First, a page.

(ChemotherapyAdvisor) – Adding the investigational cyclin-dependent kinase (CDK) inhibitor PD 0332991 to letrozole therapy significantly prolongs progression-free survival (PFS) among women with advanced estrogen receptor-positive (ER+) breast cancer, according to data from a randomized phase 2 clinical trial, presented during the 2012 CTRC-AACR San Antonio Breast Cancer Symposium (SABCS).
“The combination of PD 0332991 and letrozole is well tolerated and shows encouraging clinical benefit, confirming the sensitivity of ER+ BC to PD 0332991,” reported lead author Richard S. Finn, MD, associate professor of medicine at the Jonsson Comprehensive Cancer Center at the University of California, Los Angeles.
PD 0332991, an investigational oral selective inhibitor of CDK 4/6 under development by Pfizer Inc., blocks cell cycle progression in effort to prevent DNA synthesis, Dr. Finn and his coauthors noted.
The authors’ two-part phase 2 study first enrolled 66 postmenopausal women diagnosed with ER+/HER2- advanced breast cancer, randomizing them to receive either letrozole alone (2.5 mg every day) or letrozole plus PD 0332991 (L+P; 125 mg every day, on a schedule of 3 weeks on treatment followed by 1 week off treatment). For Part 2 of the study, 99 additional patients with ER+ breast cancers harboring genomic alterations (cyclin D1 amplification and/or p16 loss) were enrolled.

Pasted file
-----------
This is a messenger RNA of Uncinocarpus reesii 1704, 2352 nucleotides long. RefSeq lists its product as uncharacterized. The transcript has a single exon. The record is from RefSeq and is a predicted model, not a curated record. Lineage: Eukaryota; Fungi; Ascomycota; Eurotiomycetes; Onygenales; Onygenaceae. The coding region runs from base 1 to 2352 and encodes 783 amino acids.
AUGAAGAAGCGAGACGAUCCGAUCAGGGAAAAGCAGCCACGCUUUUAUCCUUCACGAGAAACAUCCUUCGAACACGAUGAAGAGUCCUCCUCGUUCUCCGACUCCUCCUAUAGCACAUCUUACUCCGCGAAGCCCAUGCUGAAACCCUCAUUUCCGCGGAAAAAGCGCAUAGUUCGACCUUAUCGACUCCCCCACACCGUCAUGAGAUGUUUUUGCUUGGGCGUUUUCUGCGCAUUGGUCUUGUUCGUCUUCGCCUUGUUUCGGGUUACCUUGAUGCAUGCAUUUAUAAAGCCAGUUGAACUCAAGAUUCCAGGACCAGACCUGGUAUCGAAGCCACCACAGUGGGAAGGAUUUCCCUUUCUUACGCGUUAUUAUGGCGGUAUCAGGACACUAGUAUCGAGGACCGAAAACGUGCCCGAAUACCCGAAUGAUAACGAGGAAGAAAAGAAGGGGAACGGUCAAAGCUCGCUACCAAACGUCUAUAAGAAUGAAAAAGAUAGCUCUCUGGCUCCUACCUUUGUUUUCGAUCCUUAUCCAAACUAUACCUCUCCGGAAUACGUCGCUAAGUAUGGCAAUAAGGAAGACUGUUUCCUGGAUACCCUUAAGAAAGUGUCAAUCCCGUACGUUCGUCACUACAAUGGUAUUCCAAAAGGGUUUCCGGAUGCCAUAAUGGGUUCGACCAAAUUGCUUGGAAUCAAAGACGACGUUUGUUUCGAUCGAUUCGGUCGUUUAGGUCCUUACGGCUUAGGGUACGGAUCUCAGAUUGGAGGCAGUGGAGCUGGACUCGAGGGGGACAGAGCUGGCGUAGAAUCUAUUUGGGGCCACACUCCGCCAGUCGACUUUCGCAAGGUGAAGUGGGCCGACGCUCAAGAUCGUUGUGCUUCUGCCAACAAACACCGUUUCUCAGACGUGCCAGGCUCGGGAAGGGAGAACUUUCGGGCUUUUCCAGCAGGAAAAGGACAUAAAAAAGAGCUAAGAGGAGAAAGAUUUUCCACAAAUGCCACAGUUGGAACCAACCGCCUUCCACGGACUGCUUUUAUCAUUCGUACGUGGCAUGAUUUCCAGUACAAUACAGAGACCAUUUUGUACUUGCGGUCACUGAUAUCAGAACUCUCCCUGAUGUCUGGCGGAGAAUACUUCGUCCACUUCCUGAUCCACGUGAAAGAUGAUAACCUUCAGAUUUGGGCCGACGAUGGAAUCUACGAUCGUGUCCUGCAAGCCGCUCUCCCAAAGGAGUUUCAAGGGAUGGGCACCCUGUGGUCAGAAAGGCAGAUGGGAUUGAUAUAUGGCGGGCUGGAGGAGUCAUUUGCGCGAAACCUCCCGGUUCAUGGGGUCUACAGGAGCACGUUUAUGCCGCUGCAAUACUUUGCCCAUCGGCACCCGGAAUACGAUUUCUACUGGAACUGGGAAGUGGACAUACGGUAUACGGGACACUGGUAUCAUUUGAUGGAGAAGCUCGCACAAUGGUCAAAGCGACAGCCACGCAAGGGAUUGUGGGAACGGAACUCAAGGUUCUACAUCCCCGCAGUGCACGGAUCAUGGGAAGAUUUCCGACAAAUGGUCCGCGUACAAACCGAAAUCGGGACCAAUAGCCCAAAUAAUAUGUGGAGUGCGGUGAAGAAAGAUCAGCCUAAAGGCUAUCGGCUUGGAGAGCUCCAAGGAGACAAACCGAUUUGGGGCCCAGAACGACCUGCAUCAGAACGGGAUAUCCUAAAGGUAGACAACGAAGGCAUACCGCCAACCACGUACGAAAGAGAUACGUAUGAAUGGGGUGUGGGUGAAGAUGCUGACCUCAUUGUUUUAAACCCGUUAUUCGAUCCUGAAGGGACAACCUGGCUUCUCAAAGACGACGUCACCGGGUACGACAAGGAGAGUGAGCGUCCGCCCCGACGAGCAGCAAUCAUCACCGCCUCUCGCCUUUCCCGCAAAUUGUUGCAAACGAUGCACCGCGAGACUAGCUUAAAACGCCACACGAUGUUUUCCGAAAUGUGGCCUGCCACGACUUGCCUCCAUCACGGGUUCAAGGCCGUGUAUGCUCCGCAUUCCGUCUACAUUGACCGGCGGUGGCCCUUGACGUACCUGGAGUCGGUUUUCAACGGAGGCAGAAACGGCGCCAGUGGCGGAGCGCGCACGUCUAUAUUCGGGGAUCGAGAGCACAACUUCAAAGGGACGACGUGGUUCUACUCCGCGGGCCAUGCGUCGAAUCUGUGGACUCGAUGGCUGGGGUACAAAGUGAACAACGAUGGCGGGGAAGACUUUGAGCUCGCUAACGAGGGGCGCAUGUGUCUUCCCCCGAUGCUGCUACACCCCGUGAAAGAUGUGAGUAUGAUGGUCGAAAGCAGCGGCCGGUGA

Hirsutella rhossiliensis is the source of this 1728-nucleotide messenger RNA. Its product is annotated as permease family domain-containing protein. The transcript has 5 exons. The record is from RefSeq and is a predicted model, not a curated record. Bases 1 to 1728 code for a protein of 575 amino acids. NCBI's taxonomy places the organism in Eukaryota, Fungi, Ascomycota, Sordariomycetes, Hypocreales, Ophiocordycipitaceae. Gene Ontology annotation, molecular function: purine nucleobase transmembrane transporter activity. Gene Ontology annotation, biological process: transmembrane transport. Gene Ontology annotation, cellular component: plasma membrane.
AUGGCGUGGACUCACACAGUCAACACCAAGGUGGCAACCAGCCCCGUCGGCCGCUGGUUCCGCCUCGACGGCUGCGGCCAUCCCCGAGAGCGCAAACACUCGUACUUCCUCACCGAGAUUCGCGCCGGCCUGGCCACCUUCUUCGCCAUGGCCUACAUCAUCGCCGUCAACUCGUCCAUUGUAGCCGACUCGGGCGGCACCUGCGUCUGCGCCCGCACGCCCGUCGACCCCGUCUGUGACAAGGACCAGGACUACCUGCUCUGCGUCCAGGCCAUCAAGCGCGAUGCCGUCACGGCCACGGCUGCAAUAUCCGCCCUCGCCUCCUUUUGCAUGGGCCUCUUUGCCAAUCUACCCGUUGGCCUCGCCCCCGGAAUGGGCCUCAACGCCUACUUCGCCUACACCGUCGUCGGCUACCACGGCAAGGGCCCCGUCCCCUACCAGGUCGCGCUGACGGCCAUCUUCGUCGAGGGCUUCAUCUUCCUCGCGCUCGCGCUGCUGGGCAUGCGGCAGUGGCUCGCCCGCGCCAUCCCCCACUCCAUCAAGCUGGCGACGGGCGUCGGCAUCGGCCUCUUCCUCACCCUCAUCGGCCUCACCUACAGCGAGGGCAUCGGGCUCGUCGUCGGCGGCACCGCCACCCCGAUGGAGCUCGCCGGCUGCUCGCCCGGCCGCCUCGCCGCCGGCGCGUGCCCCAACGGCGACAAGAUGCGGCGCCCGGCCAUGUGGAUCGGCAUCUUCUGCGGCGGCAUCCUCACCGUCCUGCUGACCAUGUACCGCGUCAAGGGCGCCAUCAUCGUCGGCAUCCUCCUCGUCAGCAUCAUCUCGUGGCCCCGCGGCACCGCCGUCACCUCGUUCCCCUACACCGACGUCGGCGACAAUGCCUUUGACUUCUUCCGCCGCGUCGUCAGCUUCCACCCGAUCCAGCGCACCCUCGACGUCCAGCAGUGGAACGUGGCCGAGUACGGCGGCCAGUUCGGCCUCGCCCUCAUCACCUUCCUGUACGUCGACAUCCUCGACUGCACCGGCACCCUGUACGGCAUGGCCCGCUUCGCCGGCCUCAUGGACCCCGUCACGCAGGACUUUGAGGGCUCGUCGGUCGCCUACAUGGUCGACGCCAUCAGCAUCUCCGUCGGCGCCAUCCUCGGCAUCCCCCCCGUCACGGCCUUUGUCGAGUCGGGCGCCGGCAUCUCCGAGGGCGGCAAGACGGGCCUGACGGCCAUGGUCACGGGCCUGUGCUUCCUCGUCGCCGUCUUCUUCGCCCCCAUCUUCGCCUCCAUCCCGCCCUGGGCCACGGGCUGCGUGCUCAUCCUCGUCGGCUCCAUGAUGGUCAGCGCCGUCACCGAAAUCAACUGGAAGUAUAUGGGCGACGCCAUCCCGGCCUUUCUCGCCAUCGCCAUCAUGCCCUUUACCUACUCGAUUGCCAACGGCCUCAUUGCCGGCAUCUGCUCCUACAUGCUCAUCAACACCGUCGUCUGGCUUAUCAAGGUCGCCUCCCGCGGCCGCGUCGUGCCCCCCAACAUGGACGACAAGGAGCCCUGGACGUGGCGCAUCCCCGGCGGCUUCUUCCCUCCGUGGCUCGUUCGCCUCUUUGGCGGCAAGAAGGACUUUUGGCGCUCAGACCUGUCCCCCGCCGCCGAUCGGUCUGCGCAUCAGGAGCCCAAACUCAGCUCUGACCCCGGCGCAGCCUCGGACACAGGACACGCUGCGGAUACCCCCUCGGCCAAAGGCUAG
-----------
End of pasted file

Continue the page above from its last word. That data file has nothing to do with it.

Preliminary results from Part 1 of the study were previously reported in May 2012, and showed better median PFS among patients who received L+P than among patients in the letrozole-only study arm (HR 0.35, 95% CI, 0.17-0.72; P=0.006), the researchers noted.
“With the additional 99 patients randomized in Part 2 (n=165), the statistically significant improvement in median PFS (26.2 vs. 7.5 months, respectively) continues to be observed” among L+P patients (HR 0.32, 95% CI, 0.19-0.56; P<0.001), they reported.
The response rate for the 84 patients in the L+P study arm was 31%, compared to 26% for the 81 patients in the letrozole-only arm, Dr. Finn and coauthors reported. The clinical benefit rates were 68% and 44%, respectively.
“ER positivity was the only biomarker we really needed to select patients who were most likely to benefit from PD 0332991,” Dr. Finn reported.
The combination treatment was well tolerated and there was “no evidence of febrile neutropenia,” he noted. “The most commonly reported treatment-related AEs in the combination arm were neutropenia, leucopenia, anemia, and fatigue.”
A phase 3 trial is scheduled to begin in 2013.